Informatics Meets Patient Care

A new video series traces the patient experience and aligns informatics tools along each step of the way.


October 2015

John is somewhere over the Midwest, trying to read an inane magazine from his seatback pocket, when his head begins to spin and he’s hit with a wave of fatigue. But by the time the plane lands, John is experiencing chest pain, calf swelling, and a high heart rate. He hasn’t officially finished his trip and he is headed to the nearest emergency department.

John’s last name is Doe, and (as you might have guessed) he’s not a real patient. His story is the focus of a video series hosted by the JACR Informatics Resource Center. Throughout John’s journey, the videos discuss the role of informatics and demonstrate how physicians can use the ACR’s latest IT tools to care for their patients more efficiently.

In the ED, the physician assesses John’s symptoms and pulls up ACR Select® to order the most appropriate imaging procedure for John. The verdict is chest CTA.

“The videos really cover the full spectrum of the imaging care process, from the time imaging is being considered until the time the results are delivered to the referring clinician and the patient,” explains Geraldine B. McGinty, MD, MBA, FACR, chair of the ACR Commission on Economics. “We’re hoping the radiologists who view these videos will understand how critical their input is to that care process and how the technology solutions that ACR is preparing will help them be part of that care process.”

Radiology became involved in John’s care as soon as the ED physician accessed ACR Select, which uses ACR Appropriateness Criteria® to recommend imaging studies. The radiologist confirms pulmonary embolism and initiates the critical-finding pathway, which electronically documents when the finding was reported back to the ED. While reading the exam, she also notices a small liver lesion. Because her dictation system is equipped with ACR Assist™, the radiologist has immediate access to the ACR’s Liver Imaging Reporting and Data System (LI-RADS™), which helps categorize liver findings. ACR Assist categorizes the lesion as benign, requiring no follow-up (and thereby avoiding additional imaging and radiation for John).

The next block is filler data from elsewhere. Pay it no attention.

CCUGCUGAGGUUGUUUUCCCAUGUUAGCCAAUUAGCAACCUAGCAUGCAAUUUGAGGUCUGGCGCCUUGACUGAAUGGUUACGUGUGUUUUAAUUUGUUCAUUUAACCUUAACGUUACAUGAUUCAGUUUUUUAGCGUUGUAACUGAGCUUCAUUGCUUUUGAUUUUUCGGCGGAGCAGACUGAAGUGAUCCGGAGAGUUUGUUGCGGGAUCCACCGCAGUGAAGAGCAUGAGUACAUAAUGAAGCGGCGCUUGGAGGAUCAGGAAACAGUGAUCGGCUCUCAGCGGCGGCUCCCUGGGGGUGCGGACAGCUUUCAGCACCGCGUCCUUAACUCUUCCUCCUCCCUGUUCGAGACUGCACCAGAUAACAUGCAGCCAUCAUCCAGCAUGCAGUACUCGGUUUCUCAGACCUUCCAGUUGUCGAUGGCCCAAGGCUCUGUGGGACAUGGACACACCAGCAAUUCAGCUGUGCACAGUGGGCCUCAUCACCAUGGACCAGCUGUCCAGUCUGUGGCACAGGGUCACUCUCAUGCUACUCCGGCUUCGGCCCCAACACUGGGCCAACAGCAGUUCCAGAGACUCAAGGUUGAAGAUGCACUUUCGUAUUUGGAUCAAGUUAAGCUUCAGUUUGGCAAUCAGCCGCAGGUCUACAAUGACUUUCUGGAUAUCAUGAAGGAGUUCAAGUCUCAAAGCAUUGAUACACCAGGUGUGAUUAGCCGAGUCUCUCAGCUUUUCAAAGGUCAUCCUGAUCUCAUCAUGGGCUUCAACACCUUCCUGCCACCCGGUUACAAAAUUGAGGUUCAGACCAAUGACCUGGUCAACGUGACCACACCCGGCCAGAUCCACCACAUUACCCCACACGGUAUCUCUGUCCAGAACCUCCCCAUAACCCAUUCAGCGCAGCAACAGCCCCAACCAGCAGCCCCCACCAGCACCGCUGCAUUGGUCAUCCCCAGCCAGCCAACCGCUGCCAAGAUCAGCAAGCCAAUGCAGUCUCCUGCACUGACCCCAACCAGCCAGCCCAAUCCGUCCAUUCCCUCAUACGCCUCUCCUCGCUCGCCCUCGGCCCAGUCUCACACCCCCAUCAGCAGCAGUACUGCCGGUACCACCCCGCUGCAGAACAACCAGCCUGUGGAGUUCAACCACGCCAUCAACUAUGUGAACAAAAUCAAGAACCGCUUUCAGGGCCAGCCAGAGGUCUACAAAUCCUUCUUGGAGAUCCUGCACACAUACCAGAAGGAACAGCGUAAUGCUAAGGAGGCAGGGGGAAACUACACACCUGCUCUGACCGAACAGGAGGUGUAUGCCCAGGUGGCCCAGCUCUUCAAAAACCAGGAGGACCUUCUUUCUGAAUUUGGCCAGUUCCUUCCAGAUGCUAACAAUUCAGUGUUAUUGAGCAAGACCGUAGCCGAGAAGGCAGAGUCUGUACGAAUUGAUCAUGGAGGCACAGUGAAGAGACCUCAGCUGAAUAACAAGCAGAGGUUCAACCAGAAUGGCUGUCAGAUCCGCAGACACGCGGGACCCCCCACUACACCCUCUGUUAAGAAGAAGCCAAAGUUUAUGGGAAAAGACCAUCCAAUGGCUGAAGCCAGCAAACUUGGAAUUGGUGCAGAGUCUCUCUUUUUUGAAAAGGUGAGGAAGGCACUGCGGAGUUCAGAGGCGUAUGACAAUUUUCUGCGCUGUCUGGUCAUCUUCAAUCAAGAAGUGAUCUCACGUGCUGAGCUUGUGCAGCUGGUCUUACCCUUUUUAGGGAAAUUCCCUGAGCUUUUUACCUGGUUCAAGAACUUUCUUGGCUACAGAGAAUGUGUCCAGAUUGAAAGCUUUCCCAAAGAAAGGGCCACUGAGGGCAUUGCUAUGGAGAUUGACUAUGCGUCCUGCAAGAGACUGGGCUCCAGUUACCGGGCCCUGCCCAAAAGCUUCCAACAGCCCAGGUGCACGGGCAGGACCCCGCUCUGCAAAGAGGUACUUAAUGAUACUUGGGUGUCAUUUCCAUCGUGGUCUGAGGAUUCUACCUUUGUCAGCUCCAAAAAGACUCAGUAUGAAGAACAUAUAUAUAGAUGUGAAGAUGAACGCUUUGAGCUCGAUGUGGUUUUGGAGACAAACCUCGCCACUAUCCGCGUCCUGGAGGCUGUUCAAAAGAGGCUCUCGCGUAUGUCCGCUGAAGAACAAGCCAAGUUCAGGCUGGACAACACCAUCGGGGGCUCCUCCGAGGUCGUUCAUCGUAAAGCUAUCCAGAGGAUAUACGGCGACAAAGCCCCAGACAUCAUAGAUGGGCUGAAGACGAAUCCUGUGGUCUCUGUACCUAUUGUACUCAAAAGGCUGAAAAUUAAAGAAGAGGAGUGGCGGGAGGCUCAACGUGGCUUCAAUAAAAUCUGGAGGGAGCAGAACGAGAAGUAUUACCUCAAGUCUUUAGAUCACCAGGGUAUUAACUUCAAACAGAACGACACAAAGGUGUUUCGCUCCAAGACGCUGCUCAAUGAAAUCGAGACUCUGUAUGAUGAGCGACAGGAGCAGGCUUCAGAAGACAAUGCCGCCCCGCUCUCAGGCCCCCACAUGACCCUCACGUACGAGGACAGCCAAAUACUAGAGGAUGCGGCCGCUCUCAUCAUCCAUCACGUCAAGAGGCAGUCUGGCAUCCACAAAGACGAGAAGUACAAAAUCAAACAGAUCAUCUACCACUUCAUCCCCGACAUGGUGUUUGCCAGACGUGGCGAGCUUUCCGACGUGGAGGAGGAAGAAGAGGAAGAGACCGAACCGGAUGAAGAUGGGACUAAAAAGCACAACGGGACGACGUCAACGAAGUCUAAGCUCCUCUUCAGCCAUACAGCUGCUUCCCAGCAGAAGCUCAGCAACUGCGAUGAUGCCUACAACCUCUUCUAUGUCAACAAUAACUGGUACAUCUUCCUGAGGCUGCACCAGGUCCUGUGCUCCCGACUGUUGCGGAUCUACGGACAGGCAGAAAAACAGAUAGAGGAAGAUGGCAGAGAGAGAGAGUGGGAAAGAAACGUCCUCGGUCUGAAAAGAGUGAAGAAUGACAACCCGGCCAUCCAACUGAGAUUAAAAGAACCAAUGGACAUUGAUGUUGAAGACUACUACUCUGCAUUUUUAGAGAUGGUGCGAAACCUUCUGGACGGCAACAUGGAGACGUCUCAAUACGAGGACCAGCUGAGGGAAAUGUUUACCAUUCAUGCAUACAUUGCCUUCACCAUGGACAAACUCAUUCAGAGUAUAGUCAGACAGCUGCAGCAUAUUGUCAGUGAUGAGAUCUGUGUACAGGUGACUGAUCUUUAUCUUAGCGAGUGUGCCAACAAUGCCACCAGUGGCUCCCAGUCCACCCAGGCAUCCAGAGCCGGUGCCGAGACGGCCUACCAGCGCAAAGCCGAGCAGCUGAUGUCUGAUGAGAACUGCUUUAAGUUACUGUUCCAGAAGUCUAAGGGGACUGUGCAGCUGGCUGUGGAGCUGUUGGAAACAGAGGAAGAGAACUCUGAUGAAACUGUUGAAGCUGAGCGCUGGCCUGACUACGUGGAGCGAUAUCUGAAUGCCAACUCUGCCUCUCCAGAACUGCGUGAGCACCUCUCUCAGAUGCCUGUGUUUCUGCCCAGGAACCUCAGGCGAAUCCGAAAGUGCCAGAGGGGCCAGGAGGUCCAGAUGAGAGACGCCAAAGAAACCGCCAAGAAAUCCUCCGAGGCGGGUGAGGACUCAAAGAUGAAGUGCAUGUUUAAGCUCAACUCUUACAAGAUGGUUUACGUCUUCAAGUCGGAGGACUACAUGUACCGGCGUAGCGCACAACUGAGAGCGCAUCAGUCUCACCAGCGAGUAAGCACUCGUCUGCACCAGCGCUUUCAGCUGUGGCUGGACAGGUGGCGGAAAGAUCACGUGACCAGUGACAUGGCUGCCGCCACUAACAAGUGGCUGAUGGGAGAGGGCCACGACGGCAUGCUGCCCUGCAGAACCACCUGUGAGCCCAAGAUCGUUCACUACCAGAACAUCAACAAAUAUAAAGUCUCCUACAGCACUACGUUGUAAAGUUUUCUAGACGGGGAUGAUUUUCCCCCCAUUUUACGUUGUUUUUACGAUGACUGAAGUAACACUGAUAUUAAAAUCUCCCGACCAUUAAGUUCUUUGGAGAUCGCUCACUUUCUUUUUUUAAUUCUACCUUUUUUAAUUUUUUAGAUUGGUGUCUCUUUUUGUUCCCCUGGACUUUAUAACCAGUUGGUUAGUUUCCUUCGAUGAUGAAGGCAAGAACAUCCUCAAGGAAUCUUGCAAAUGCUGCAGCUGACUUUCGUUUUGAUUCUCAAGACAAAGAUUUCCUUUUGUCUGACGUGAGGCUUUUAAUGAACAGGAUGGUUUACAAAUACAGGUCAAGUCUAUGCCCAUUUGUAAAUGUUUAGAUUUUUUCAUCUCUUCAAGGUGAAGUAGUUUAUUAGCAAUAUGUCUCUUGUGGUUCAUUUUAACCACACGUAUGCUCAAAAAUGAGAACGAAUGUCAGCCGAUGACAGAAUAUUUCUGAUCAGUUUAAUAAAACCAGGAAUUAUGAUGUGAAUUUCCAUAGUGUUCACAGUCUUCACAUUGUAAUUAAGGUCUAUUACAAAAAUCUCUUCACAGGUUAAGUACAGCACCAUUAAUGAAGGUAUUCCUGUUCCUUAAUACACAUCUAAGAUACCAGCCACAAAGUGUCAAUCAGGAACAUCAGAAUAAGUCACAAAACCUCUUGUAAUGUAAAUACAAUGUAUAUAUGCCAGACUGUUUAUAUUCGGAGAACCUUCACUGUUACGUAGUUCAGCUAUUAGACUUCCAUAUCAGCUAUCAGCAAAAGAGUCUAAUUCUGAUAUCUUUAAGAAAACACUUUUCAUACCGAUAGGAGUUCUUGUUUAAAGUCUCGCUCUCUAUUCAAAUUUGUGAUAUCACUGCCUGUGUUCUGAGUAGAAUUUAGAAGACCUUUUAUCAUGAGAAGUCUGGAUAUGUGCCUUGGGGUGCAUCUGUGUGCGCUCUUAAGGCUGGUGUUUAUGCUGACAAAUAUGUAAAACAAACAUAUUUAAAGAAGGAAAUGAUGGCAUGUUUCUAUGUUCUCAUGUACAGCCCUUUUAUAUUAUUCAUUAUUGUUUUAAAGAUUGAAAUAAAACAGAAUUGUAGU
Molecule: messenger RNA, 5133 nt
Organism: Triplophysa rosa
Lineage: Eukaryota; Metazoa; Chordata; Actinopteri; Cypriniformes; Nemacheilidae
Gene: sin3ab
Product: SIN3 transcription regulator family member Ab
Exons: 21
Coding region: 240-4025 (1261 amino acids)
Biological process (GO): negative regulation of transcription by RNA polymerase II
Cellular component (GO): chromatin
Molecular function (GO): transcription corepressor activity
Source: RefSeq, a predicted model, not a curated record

“Radiologists have to cover the entire waterfront of health care and have to be facile across many areas of medicine,” states McGinty. “ACR Assist will help radiologists in all specialty areas and aid even general radiologists to be more proficient in the delivery of critical information in the radiology report.”

After his condition stabilizes, John is discharged and finally able to head home. His primary care physician receives his images and radiology report via ACR Connect. The report was created using ACR Common™ (a lexicon of standardized imaging exam names designed to help both the patient and referring physician understand the terminology used within radiology). “Not everyone knows this kind of jargon, and it’s rampant in not just radiology but throughout health care,” McGinty comments. “We are excited about the potential to standardize terminology and ensure that there isn’t a disconnect in the information that the radiologist is providing.”

With technology playing an increasingly central role in health care, it’s never been more important for stakeholders to understand informatics within the full spectrum of the imaging care process. “I would strongly encourage you to begin building the infrastructure for the department of the future,” says Christoph Wald, MD, PhD, FACR, author of the video series and vice chair of the ACR Commission on Informatics. “As far as I’m concerned, that means facilitating patient-centered imaging care, where radiologists create noticeable value to health care delivery, to their referring colleagues, and to their patients.”

By Amena Hassan, freelance writer for the ACR Bulletin

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